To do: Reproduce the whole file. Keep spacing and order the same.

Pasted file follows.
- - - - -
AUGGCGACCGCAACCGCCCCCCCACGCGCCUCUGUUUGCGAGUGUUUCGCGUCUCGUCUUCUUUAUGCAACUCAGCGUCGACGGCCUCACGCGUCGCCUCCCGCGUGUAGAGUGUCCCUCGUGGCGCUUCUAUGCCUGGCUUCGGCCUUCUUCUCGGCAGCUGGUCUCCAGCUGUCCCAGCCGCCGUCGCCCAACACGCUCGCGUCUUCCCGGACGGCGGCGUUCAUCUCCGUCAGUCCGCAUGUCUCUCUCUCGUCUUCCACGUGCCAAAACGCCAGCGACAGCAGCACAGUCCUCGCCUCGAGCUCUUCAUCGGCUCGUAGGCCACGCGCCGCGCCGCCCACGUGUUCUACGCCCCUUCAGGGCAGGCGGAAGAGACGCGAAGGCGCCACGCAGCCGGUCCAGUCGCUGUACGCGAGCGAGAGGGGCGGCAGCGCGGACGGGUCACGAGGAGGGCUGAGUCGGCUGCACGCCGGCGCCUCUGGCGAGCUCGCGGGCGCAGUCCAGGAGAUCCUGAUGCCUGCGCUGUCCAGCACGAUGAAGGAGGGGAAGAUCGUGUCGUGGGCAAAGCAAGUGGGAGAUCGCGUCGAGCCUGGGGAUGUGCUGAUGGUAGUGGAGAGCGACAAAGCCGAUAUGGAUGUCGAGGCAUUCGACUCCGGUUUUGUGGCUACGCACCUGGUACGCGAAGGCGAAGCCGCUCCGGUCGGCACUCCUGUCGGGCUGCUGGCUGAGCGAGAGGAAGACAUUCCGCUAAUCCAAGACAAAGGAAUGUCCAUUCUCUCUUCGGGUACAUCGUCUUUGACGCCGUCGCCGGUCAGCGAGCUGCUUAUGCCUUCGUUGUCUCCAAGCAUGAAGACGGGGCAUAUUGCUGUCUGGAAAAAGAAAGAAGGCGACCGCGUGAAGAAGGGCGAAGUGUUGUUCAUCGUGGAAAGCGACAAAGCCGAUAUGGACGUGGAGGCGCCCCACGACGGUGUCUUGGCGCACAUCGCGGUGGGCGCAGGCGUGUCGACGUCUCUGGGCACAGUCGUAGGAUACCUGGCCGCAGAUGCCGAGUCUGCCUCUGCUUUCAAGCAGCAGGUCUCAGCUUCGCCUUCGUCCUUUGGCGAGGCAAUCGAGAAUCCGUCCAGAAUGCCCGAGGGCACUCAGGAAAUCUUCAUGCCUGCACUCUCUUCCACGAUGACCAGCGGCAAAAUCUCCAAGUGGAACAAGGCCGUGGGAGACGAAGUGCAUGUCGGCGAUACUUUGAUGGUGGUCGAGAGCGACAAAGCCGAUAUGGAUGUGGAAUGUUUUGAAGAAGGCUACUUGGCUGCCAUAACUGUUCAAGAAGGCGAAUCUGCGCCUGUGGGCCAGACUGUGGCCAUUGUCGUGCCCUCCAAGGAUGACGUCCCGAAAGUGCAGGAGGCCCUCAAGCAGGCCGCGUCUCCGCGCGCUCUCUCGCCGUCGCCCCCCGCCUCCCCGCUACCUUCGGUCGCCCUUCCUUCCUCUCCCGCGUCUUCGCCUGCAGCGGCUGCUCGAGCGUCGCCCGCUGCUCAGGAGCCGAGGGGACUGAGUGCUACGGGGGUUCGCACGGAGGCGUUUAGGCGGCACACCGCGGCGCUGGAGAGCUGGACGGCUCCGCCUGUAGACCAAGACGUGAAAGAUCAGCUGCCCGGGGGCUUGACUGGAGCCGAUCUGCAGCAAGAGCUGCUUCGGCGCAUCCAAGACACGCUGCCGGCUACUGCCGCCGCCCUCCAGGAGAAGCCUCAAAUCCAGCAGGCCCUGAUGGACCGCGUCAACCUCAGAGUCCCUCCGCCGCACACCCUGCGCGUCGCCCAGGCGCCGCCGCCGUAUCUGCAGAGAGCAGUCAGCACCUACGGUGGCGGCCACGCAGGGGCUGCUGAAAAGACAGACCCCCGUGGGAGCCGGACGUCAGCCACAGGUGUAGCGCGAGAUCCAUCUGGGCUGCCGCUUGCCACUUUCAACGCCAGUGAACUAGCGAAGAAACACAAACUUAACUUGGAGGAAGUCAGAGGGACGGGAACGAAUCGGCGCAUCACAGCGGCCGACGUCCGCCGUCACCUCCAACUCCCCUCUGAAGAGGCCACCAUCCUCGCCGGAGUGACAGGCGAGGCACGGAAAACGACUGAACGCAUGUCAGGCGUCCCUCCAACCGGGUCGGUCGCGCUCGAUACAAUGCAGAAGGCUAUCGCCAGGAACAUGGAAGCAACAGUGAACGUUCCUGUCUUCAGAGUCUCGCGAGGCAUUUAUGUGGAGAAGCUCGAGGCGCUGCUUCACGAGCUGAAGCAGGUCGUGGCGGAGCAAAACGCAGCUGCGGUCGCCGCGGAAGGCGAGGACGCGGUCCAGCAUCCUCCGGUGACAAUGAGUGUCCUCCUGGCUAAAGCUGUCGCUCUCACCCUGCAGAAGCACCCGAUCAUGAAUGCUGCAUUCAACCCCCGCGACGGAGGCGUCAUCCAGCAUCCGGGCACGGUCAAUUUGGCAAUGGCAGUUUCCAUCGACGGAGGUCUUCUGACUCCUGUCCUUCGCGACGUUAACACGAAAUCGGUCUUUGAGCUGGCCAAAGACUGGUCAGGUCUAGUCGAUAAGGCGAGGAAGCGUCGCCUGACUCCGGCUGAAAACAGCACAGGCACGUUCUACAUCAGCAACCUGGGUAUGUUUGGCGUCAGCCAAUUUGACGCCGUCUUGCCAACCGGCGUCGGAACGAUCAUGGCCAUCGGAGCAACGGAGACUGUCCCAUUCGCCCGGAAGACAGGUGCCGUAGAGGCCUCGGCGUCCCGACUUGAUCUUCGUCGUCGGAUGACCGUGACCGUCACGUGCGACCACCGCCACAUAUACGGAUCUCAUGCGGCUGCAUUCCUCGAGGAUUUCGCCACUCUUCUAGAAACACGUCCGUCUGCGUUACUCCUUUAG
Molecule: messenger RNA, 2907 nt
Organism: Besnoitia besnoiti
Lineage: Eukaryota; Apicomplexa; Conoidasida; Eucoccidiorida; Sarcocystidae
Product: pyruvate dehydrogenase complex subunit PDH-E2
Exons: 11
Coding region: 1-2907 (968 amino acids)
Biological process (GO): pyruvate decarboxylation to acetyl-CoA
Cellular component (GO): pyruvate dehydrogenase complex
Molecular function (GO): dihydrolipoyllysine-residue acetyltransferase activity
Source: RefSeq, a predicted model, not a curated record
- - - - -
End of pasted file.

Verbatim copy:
AUGGCGACCGCAACCGCCCCCCCACGCGCCUCUGUUUGCGAGUGUUUCGCGUCUCGUCUUCUUUAUGCAACUCAGCGUCGACGGCCUCACGCGUCGCCUCCCGCGUGUAGAGUGUCCCUCGUGGCGCUUCUAUGCCUGGCUUCGGCCUUCUUCUCGGCAGCUGGUCUCCAGCUGUCCCAGCCGCCGUCGCCCAACACGCUCGCGUCUUCCCGGACGGCGGCGUUCAUCUCCGUCAGUCCGCAUGUCUCUCUCUCGUCUUCCACGUGCCAAAACGCCAGCGACAGCAGCACAGUCCUCGCCUCGAGCUCUUCAUCGGCUCGUAGGCCACGCGCCGCGCCGCCCACGUGUUCUACGCCCCUUCAGGGCAGGCGGAAGAGACGCGAAGGCGCCACGCAGCCGGUCCAGUCGCUGUACGCGAGCGAGAGGGGCGGCAGCGCGGACGGGUCACGAGGAGGGCUGAGUCGGCUGCACGCCGGCGCCUCUGGCGAGCUCGCGGGCGCAGUCCAGGAGAUCCUGAUGCCUGCGCUGUCCAGCACGAUGAAGGAGGGGAAGAUCGUGUCGUGGGCAAAGCAAGUGGGAGAUCGCGUCGAGCCUGGGGAUGUGCUGAUGGUAGUGGAGAGCGACAAAGCCGAUAUGGAUGUCGAGGCAUUCGACUCCGGUUUUGUGGCUACGCACCUGGUACGCGAAGGCGAAGCCGCUCCGGUCGGCACUCCUGUCGGGCUGCUGGCUGAGCGAGAGGAAGACAUUCCGCUAAUCCAAGACAAAGGAAUGUCCAUUCUCUCUUCGGGUACAUCGUCUUUGACGCCGUCGCCGGUCAGCGAGCUGCUUAUGCCUUCGUUGUCUCCAAGCAUGAAGACGGGGCAUAUUGCUGUCUGGAAAAAGAAAGAAGGCGACCGCGUGAAGAAGGGCGAAGUGUUGUUCAUCGUGGAAAGCGACAAAGCCGAUAUGGACGUGGAGGCGCCCCACGACGGUGUCUUGGCGCACAUCGCGGUGGGCGCAGGCGUGUCGACGUCUCUGGGCACAGUCGUAGGAUACCUGGCCGCAGAUGCCGAGUCUGCCUCUGCUUUCAAGCAGCAGGUCUCAGCUUCGCCUUCGUCCUUUGGCGAGGCAAUCGAGAAUCCGUCCAGAAUGCCCGAGGGCACUCAGGAAAUCUUCAUGCCUGCACUCUCUUCCACGAUGACCAGCGGCAAAAUCUCCAAGUGGAACAAGGCCGUGGGAGACGAAGUGCAUGUCGGCGAUACUUUGAUGGUGGUCGAGAGCGACAAAGCCGAUAUGGAUGUGGAAUGUUUUGAAGAAGGCUACUUGGCUGCCAUAACUGUUCAAGAAGGCGAAUCUGCGCCUGUGGGCCAGACUGUGGCCAUUGUCGUGCCCUCCAAGGAUGACGUCCCGAAAGUGCAGGAGGCCCUCAAGCAGGCCGCGUCUCCGCGCGCUCUCUCGCCGUCGCCCCCCGCCUCCCCGCUACCUUCGGUCGCCCUUCCUUCCUCUCCCGCGUCUUCGCCUGCAGCGGCUGCUCGAGCGUCGCCCGCUGCUCAGGAGCCGAGGGGACUGAGUGCUACGGGGGUUCGCACGGAGGCGUUUAGGCGGCACACCGCGGCGCUGGAGAGCUGGACGGCUCCGCCUGUAGACCAAGACGUGAAAGAUCAGCUGCCCGGGGGCUUGACUGGAGCCGAUCUGCAGCAAGAGCUGCUUCGGCGCAUCCAAGACACGCUGCCGGCUACUGCCGCCGCCCUCCAGGAGAAGCCUCAAAUCCAGCAGGCCCUGAUGGACCGCGUCAACCUCAGAGUCCCUCCGCCGCACACCCUGCGCGUCGCCCAGGCGCCGCCGCCGUAUCUGCAGAGAGCAGUCAGCACCUACGGUGGCGGCCACGCAGGGGCUGCUGAAAAGACAGACCCCCGUGGGAGCCGGACGUCAGCCACAGGUGUAGCGCGAGAUCCAUCUGGGCUGCCGCUUGCCACUUUCAACGCCAGUGAACUAGCGAAGAAACACAAACUUAACUUGGAGGAAGUCAGAGGGACGGGAACGAAUCGGCGCAUCACAGCGGCCGACGUCCGCCGUCACCUCCAACUCCCCUCUGAAGAGGCCACCAUCCUCGCCGGAGUGACAGGCGAGGCACGGAAAACGACUGAACGCAUGUCAGGCGUCCCUCCAACCGGGUCGGUCGCGCUCGAUACAAUGCAGAAGGCUAUCGCCAGGAACAUGGAAGCAACAGUGAACGUUCCUGUCUUCAGAGUCUCGCGAGGCAUUUAUGUGGAGAAGCUCGAGGCGCUGCUUCACGAGCUGAAGCAGGUCGUGGCGGAGCAAAACGCAGCUGCGGUCGCCGCGGAAGGCGAGGACGCGGUCCAGCAUCCUCCGGUGACAAUGAGUGUCCUCCUGGCUAAAGCUGUCGCUCUCACCCUGCAGAAGCACCCGAUCAUGAAUGCUGCAUUCAACCCCCGCGACGGAGGCGUCAUCCAGCAUCCGGGCACGGUCAAUUUGGCAAUGGCAGUUUCCAUCGACGGAGGUCUUCUGACUCCUGUCCUUCGCGACGUUAACACGAAAUCGGUCUUUGAGCUGGCCAAAGACUGGUCAGGUCUAGUCGAUAAGGCGAGGAAGCGUCGCCUGACUCCGGCUGAAAACAGCACAGGCACGUUCUACAUCAGCAACCUGGGUAUGUUUGGCGUCAGCCAAUUUGACGCCGUCUUGCCAACCGGCGUCGGAACGAUCAUGGCCAUCGGAGCAACGGAGACUGUCCCAUUCGCCCGGAAGACAGGUGCCGUAGAGGCCUCGGCGUCCCGACUUGAUCUUCGUCGUCGGAUGACCGUGACCGUCACGUGCGACCACCGCCACAUAUACGGAUCUCAUGCGGCUGCAUUCCUCGAGGAUUUCGCCACUCUUCUAGAAACACGUCCGUCUGCGUUACUCCUUUAG
Molecule: messenger RNA, 2907 nt
Organism: Besnoitia besnoiti
Lineage: Eukaryota; Apicomplexa; Conoidasida; Eucoccidiorida; Sarcocystidae
Product: pyruvate dehydrogenase complex subunit PDH-E2
Exons: 11
Coding region: 1-2907 (968 amino acids)
Biological process (GO): pyruvate decarboxylation to acetyl-CoA
Cellular component (GO): pyruvate dehydrogenase complex
Molecular function (GO): dihydrolipoyllysine-residue acetyltransferase activity
Source: RefSeq, a predicted model, not a curated record